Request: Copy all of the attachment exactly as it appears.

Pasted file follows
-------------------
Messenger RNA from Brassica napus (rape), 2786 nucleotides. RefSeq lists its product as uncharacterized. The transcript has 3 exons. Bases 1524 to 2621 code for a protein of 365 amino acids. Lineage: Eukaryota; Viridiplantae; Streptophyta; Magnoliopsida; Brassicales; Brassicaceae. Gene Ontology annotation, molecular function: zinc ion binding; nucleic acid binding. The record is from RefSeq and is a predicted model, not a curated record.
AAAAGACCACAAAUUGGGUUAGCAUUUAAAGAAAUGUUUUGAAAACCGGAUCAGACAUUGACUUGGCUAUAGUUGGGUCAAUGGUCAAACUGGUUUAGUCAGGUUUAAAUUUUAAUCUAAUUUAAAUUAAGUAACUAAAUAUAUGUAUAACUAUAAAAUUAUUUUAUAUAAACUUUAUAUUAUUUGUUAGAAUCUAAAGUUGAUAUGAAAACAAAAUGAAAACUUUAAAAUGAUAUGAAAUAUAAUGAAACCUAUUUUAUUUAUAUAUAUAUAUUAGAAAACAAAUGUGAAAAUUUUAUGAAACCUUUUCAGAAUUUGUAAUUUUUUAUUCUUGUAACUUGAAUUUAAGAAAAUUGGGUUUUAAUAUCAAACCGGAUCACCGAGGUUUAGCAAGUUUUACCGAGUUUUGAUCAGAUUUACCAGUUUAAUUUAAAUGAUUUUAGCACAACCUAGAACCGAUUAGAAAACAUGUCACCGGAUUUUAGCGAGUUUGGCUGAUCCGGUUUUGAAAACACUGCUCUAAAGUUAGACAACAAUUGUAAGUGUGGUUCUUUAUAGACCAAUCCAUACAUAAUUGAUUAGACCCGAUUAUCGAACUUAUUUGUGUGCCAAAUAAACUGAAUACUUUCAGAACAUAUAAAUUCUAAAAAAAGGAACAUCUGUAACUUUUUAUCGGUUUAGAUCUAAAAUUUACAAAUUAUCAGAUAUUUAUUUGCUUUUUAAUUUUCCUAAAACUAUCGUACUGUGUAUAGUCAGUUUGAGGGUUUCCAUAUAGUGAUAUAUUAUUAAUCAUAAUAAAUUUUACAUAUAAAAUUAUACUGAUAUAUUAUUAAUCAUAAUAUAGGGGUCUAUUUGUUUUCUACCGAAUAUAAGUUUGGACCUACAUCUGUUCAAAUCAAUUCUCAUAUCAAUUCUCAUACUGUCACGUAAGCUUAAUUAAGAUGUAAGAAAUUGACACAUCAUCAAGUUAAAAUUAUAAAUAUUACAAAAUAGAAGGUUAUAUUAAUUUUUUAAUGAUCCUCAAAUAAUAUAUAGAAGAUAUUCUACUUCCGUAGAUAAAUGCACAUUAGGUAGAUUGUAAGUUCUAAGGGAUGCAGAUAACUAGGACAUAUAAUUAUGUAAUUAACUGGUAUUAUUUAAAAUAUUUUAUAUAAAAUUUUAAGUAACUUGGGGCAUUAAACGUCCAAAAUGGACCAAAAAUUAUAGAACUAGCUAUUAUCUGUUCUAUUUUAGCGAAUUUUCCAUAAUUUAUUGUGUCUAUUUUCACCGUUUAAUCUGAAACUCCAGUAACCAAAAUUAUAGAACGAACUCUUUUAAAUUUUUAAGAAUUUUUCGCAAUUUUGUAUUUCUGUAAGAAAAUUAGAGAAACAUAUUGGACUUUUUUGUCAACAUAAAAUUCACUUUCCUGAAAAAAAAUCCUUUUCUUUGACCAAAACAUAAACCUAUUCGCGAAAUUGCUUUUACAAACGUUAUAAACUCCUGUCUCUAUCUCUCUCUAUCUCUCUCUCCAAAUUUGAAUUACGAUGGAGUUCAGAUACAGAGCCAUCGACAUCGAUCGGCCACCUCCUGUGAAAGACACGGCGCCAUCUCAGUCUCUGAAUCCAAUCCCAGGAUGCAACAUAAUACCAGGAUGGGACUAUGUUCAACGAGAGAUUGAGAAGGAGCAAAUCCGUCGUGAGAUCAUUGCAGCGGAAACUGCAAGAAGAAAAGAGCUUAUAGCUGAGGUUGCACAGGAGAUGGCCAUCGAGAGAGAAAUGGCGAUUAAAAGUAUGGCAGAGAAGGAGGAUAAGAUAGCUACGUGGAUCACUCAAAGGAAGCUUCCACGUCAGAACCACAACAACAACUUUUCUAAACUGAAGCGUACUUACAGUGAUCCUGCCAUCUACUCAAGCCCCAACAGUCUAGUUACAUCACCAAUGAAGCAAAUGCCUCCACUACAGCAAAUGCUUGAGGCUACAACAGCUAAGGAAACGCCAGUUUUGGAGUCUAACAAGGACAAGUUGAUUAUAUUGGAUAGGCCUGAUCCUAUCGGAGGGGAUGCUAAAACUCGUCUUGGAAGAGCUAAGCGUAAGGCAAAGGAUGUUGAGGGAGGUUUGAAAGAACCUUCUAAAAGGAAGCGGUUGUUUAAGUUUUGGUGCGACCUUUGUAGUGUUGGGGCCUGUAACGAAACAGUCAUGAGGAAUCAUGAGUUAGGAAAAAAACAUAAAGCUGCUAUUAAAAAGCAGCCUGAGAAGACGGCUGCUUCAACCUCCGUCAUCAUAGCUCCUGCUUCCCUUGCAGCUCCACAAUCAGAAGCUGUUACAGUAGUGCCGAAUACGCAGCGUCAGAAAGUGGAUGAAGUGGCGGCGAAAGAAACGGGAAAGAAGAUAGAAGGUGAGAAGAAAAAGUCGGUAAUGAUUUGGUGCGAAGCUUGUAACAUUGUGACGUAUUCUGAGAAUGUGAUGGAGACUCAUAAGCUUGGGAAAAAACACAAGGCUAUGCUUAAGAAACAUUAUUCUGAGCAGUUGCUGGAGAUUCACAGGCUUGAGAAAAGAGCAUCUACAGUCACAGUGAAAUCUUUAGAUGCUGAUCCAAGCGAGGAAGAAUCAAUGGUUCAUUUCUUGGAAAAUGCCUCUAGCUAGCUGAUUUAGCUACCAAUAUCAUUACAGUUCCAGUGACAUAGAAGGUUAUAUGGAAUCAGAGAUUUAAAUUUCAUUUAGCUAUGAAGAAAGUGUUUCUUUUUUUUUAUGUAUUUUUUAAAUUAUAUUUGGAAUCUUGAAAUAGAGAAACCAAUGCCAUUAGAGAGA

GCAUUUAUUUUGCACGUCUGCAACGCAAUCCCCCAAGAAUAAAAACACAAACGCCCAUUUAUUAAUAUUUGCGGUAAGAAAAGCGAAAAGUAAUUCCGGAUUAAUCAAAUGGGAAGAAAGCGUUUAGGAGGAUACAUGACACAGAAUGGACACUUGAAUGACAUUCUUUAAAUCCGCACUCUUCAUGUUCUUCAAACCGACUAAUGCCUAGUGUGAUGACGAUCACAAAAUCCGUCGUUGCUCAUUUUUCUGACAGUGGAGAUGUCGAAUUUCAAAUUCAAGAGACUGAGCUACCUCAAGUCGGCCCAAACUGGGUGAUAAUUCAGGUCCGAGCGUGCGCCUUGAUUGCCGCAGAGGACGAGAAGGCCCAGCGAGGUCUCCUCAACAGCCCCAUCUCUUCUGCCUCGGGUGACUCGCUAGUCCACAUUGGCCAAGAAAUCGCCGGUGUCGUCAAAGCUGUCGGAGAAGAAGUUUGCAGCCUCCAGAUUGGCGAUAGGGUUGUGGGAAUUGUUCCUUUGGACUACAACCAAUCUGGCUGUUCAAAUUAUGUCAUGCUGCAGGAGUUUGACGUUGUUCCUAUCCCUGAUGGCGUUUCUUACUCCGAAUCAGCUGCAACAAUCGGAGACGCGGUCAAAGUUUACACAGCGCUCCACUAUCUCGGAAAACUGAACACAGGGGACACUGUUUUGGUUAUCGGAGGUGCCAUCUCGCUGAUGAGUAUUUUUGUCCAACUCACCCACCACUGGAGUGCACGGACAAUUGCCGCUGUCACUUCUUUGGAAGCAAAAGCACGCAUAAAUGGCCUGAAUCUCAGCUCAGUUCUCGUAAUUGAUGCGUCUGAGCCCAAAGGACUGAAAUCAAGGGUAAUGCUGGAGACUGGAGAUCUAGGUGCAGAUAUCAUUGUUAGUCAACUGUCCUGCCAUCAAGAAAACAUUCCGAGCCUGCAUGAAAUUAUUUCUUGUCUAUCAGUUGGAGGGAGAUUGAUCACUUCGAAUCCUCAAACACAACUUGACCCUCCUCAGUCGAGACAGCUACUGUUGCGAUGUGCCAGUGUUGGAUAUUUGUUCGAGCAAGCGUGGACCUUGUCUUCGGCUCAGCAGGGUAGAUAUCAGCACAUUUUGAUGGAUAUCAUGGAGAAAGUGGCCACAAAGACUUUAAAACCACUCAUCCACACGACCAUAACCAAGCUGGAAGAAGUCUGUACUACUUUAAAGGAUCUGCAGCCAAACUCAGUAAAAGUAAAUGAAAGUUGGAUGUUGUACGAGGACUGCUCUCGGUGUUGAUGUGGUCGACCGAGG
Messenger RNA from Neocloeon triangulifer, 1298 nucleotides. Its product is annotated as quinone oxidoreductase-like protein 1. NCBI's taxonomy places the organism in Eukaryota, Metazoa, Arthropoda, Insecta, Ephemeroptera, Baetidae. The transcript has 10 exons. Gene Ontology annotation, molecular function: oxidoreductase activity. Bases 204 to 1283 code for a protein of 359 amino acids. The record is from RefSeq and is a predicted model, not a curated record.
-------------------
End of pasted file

Messenger RNA from Brassica napus (rape), 2786 nucleotides. RefSeq lists its product as uncharacterized. The transcript has 3 exons. Bases 1524 to 2621 code for a protein of 365 amino acids. Lineage: Eukaryota; Viridiplantae; Streptophyta; Magnoliopsida; Brassicales; Brassicaceae. Gene Ontology annotation, molecular function: zinc ion binding; nucleic acid binding. The record is from RefSeq and is a predicted model, not a curated record.
AAAAGACCACAAAUUGGGUUAGCAUUUAAAGAAAUGUUUUGAAAACCGGAUCAGACAUUGACUUGGCUAUAGUUGGGUCAAUGGUCAAACUGGUUUAGUCAGGUUUAAAUUUUAAUCUAAUUUAAAUUAAGUAACUAAAUAUAUGUAUAACUAUAAAAUUAUUUUAUAUAAACUUUAUAUUAUUUGUUAGAAUCUAAAGUUGAUAUGAAAACAAAAUGAAAACUUUAAAAUGAUAUGAAAUAUAAUGAAACCUAUUUUAUUUAUAUAUAUAUAUUAGAAAACAAAUGUGAAAAUUUUAUGAAACCUUUUCAGAAUUUGUAAUUUUUUAUUCUUGUAACUUGAAUUUAAGAAAAUUGGGUUUUAAUAUCAAACCGGAUCACCGAGGUUUAGCAAGUUUUACCGAGUUUUGAUCAGAUUUACCAGUUUAAUUUAAAUGAUUUUAGCACAACCUAGAACCGAUUAGAAAACAUGUCACCGGAUUUUAGCGAGUUUGGCUGAUCCGGUUUUGAAAACACUGCUCUAAAGUUAGACAACAAUUGUAAGUGUGGUUCUUUAUAGACCAAUCCAUACAUAAUUGAUUAGACCCGAUUAUCGAACUUAUUUGUGUGCCAAAUAAACUGAAUACUUUCAGAACAUAUAAAUUCUAAAAAAAGGAACAUCUGUAACUUUUUAUCGGUUUAGAUCUAAAAUUUACAAAUUAUCAGAUAUUUAUUUGCUUUUUAAUUUUCCUAAAACUAUCGUACUGUGUAUAGUCAGUUUGAGGGUUUCCAUAUAGUGAUAUAUUAUUAAUCAUAAUAAAUUUUACAUAUAAAAUUAUACUGAUAUAUUAUUAAUCAUAAUAUAGGGGUCUAUUUGUUUUCUACCGAAUAUAAGUUUGGACCUACAUCUGUUCAAAUCAAUUCUCAUAUCAAUUCUCAUACUGUCACGUAAGCUUAAUUAAGAUGUAAGAAAUUGACACAUCAUCAAGUUAAAAUUAUAAAUAUUACAAAAUAGAAGGUUAUAUUAAUUUUUUAAUGAUCCUCAAAUAAUAUAUAGAAGAUAUUCUACUUCCGUAGAUAAAUGCACAUUAGGUAGAUUGUAAGUUCUAAGGGAUGCAGAUAACUAGGACAUAUAAUUAUGUAAUUAACUGGUAUUAUUUAAAAUAUUUUAUAUAAAAUUUUAAGUAACUUGGGGCAUUAAACGUCCAAAAUGGACCAAAAAUUAUAGAACUAGCUAUUAUCUGUUCUAUUUUAGCGAAUUUUCCAUAAUUUAUUGUGUCUAUUUUCACCGUUUAAUCUGAAACUCCAGUAACCAAAAUUAUAGAACGAACUCUUUUAAAUUUUUAAGAAUUUUUCGCAAUUUUGUAUUUCUGUAAGAAAAUUAGAGAAACAUAUUGGACUUUUUUGUCAACAUAAAAUUCACUUUCCUGAAAAAAAAUCCUUUUCUUUGACCAAAACAUAAACCUAUUCGCGAAAUUGCUUUUACAAACGUUAUAAACUCCUGUCUCUAUCUCUCUCUAUCUCUCUCUCCAAAUUUGAAUUACGAUGGAGUUCAGAUACAGAGCCAUCGACAUCGAUCGGCCACCUCCUGUGAAAGACACGGCGCCAUCUCAGUCUCUGAAUCCAAUCCCAGGAUGCAACAUAAUACCAGGAUGGGACUAUGUUCAACGAGAGAUUGAGAAGGAGCAAAUCCGUCGUGAGAUCAUUGCAGCGGAAACUGCAAGAAGAAAAGAGCUUAUAGCUGAGGUUGCACAGGAGAUGGCCAUCGAGAGAGAAAUGGCGAUUAAAAGUAUGGCAGAGAAGGAGGAUAAGAUAGCUACGUGGAUCACUCAAAGGAAGCUUCCACGUCAGAACCACAACAACAACUUUUCUAAACUGAAGCGUACUUACAGUGAUCCUGCCAUCUACUCAAGCCCCAACAGUCUAGUUACAUCACCAAUGAAGCAAAUGCCUCCACUACAGCAAAUGCUUGAGGCUACAACAGCUAAGGAAACGCCAGUUUUGGAGUCUAACAAGGACAAGUUGAUUAUAUUGGAUAGGCCUGAUCCUAUCGGAGGGGAUGCUAAAACUCGUCUUGGAAGAGCUAAGCGUAAGGCAAAGGAUGUUGAGGGAGGUUUGAAAGAACCUUCUAAAAGGAAGCGGUUGUUUAAGUUUUGGUGCGACCUUUGUAGUGUUGGGGCCUGUAACGAAACAGUCAUGAGGAAUCAUGAGUUAGGAAAAAAACAUAAAGCUGCUAUUAAAAAGCAGCCUGAGAAGACGGCUGCUUCAACCUCCGUCAUCAUAGCUCCUGCUUCCCUUGCAGCUCCACAAUCAGAAGCUGUUACAGUAGUGCCGAAUACGCAGCGUCAGAAAGUGGAUGAAGUGGCGGCGAAAGAAACGGGAAAGAAGAUAGAAGGUGAGAAGAAAAAGUCGGUAAUGAUUUGGUGCGAAGCUUGUAACAUUGUGACGUAUUCUGAGAAUGUGAUGGAGACUCAUAAGCUUGGGAAAAAACACAAGGCUAUGCUUAAGAAACAUUAUUCUGAGCAGUUGCUGGAGAUUCACAGGCUUGAGAAAAGAGCAUCUACAGUCACAGUGAAAUCUUUAGAUGCUGAUCCAAGCGAGGAAGAAUCAAUGGUUCAUUUCUUGGAAAAUGCCUCUAGCUAGCUGAUUUAGCUACCAAUAUCAUUACAGUUCCAGUGACAUAGAAGGUUAUAUGGAAUCAGAGAUUUAAAUUUCAUUUAGCUAUGAAGAAAGUGUUUCUUUUUUUUUAUGUAUUUUUUAAAUUAUAUUUGGAAUCUUGAAAUAGAGAAACCAAUGCCAUUAGAGAGA

GCAUUUAUUUUGCACGUCUGCAACGCAAUCCCCCAAGAAUAAAAACACAAACGCCCAUUUAUUAAUAUUUGCGGUAAGAAAAGCGAAAAGUAAUUCCGGAUUAAUCAAAUGGGAAGAAAGCGUUUAGGAGGAUACAUGACACAGAAUGGACACUUGAAUGACAUUCUUUAAAUCCGCACUCUUCAUGUUCUUCAAACCGACUAAUGCCUAGUGUGAUGACGAUCACAAAAUCCGUCGUUGCUCAUUUUUCUGACAGUGGAGAUGUCGAAUUUCAAAUUCAAGAGACUGAGCUACCUCAAGUCGGCCCAAACUGGGUGAUAAUUCAGGUCCGAGCGUGCGCCUUGAUUGCCGCAGAGGACGAGAAGGCCCAGCGAGGUCUCCUCAACAGCCCCAUCUCUUCUGCCUCGGGUGACUCGCUAGUCCACAUUGGCCAAGAAAUCGCCGGUGUCGUCAAAGCUGUCGGAGAAGAAGUUUGCAGCCUCCAGAUUGGCGAUAGGGUUGUGGGAAUUGUUCCUUUGGACUACAACCAAUCUGGCUGUUCAAAUUAUGUCAUGCUGCAGGAGUUUGACGUUGUUCCUAUCCCUGAUGGCGUUUCUUACUCCGAAUCAGCUGCAACAAUCGGAGACGCGGUCAAAGUUUACACAGCGCUCCACUAUCUCGGAAAACUGAACACAGGGGACACUGUUUUGGUUAUCGGAGGUGCCAUCUCGCUGAUGAGUAUUUUUGUCCAACUCACCCACCACUGGAGUGCACGGACAAUUGCCGCUGUCACUUCUUUGGAAGCAAAAGCACGCAUAAAUGGCCUGAAUCUCAGCUCAGUUCUCGUAAUUGAUGCGUCUGAGCCCAAAGGACUGAAAUCAAGGGUAAUGCUGGAGACUGGAGAUCUAGGUGCAGAUAUCAUUGUUAGUCAACUGUCCUGCCAUCAAGAAAACAUUCCGAGCCUGCAUGAAAUUAUUUCUUGUCUAUCAGUUGGAGGGAGAUUGAUCACUUCGAAUCCUCAAACACAACUUGACCCUCCUCAGUCGAGACAGCUACUGUUGCGAUGUGCCAGUGUUGGAUAUUUGUUCGAGCAAGCGUGGACCUUGUCUUCGGCUCAGCAGGGUAGAUAUCAGCACAUUUUGAUGGAUAUCAUGGAGAAAGUGGCCACAAAGACUUUAAAACCACUCAUCCACACGACCAUAACCAAGCUGGAAGAAGUCUGUACUACUUUAAAGGAUCUGCAGCCAAACUCAGUAAAAGUAAAUGAAAGUUGGAUGUUGUACGAGGACUGCUCUCGGUGUUGAUGUGGUCGACCGAGG
Messenger RNA from Neocloeon triangulifer, 1298 nucleotides. Its product is annotated as quinone oxidoreductase-like protein 1. NCBI's taxonomy places the organism in Eukaryota, Metazoa, Arthropoda, Insecta, Ephemeroptera, Baetidae. The transcript has 10 exons. Gene Ontology annotation, molecular function: oxidoreductase activity. Bases 204 to 1283 code for a protein of 359 amino acids. The record is from RefSeq and is a predicted model, not a curated record.